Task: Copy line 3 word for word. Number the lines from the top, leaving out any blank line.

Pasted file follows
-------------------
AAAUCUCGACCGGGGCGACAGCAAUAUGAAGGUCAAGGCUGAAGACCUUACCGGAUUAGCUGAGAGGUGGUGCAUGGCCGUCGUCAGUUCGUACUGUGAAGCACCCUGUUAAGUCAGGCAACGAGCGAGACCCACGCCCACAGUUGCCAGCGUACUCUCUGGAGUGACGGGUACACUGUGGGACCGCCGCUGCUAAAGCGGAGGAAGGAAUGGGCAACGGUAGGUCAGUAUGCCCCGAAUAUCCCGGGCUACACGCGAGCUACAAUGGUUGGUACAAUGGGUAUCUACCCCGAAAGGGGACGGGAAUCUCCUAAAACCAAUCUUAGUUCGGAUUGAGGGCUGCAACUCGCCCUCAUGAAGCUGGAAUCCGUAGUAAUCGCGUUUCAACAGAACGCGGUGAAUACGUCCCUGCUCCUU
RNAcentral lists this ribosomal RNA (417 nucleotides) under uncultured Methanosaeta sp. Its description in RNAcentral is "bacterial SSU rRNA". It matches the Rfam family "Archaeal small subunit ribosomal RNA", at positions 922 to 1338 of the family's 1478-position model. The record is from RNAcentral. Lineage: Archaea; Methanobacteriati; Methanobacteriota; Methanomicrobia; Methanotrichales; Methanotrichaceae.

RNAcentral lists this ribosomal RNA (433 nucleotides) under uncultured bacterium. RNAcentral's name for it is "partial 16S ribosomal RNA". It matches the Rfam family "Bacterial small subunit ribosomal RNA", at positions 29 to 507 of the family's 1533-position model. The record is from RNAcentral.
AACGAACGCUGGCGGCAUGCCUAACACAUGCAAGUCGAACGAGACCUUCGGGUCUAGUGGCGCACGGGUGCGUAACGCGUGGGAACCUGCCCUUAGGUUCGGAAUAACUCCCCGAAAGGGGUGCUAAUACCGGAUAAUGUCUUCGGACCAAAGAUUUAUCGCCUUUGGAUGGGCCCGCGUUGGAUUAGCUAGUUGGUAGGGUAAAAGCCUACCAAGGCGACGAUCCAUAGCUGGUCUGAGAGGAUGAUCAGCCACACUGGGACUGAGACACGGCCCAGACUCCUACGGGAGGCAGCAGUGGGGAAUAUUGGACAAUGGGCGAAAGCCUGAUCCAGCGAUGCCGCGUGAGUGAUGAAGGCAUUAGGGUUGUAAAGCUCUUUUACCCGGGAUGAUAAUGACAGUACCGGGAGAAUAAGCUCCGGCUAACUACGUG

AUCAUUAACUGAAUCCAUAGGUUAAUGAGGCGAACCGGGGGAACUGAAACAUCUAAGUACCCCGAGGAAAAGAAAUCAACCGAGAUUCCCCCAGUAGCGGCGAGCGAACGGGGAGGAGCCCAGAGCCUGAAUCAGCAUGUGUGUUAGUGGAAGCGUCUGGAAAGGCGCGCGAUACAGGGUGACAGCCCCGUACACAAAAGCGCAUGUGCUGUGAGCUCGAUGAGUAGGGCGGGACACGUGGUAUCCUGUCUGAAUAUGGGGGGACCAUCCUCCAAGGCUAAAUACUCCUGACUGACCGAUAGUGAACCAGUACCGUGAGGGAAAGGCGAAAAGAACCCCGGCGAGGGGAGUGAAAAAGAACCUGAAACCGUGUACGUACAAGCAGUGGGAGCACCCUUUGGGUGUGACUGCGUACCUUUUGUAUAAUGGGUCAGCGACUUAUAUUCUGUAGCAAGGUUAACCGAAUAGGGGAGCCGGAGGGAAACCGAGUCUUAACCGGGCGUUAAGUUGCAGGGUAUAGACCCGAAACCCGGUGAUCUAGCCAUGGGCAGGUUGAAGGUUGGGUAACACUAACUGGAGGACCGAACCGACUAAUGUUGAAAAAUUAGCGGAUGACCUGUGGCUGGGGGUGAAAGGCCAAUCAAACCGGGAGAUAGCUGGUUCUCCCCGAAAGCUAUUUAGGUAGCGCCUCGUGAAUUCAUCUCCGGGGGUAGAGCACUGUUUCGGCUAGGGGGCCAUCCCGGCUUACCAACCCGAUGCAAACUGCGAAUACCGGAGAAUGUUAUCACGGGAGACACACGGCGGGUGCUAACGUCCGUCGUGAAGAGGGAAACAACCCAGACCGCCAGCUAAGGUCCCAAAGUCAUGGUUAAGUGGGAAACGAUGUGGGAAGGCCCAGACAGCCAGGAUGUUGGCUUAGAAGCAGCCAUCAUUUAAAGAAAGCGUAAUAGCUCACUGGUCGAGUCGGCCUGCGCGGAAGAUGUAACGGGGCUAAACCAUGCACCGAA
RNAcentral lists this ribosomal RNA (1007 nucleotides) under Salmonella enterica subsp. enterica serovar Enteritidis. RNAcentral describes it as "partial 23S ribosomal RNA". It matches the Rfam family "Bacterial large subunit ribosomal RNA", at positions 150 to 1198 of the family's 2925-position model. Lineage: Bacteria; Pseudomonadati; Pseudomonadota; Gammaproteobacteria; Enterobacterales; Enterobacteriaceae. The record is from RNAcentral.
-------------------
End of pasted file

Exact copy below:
RNAcentral lists this ribosomal RNA (433 nucleotides) under uncultured bacterium. RNAcentral's name for it is "partial 16S ribosomal RNA". It matches the Rfam family "Bacterial small subunit ribosomal RNA", at positions 29 to 507 of the family's 1533-position model. The record is from RNAcentral.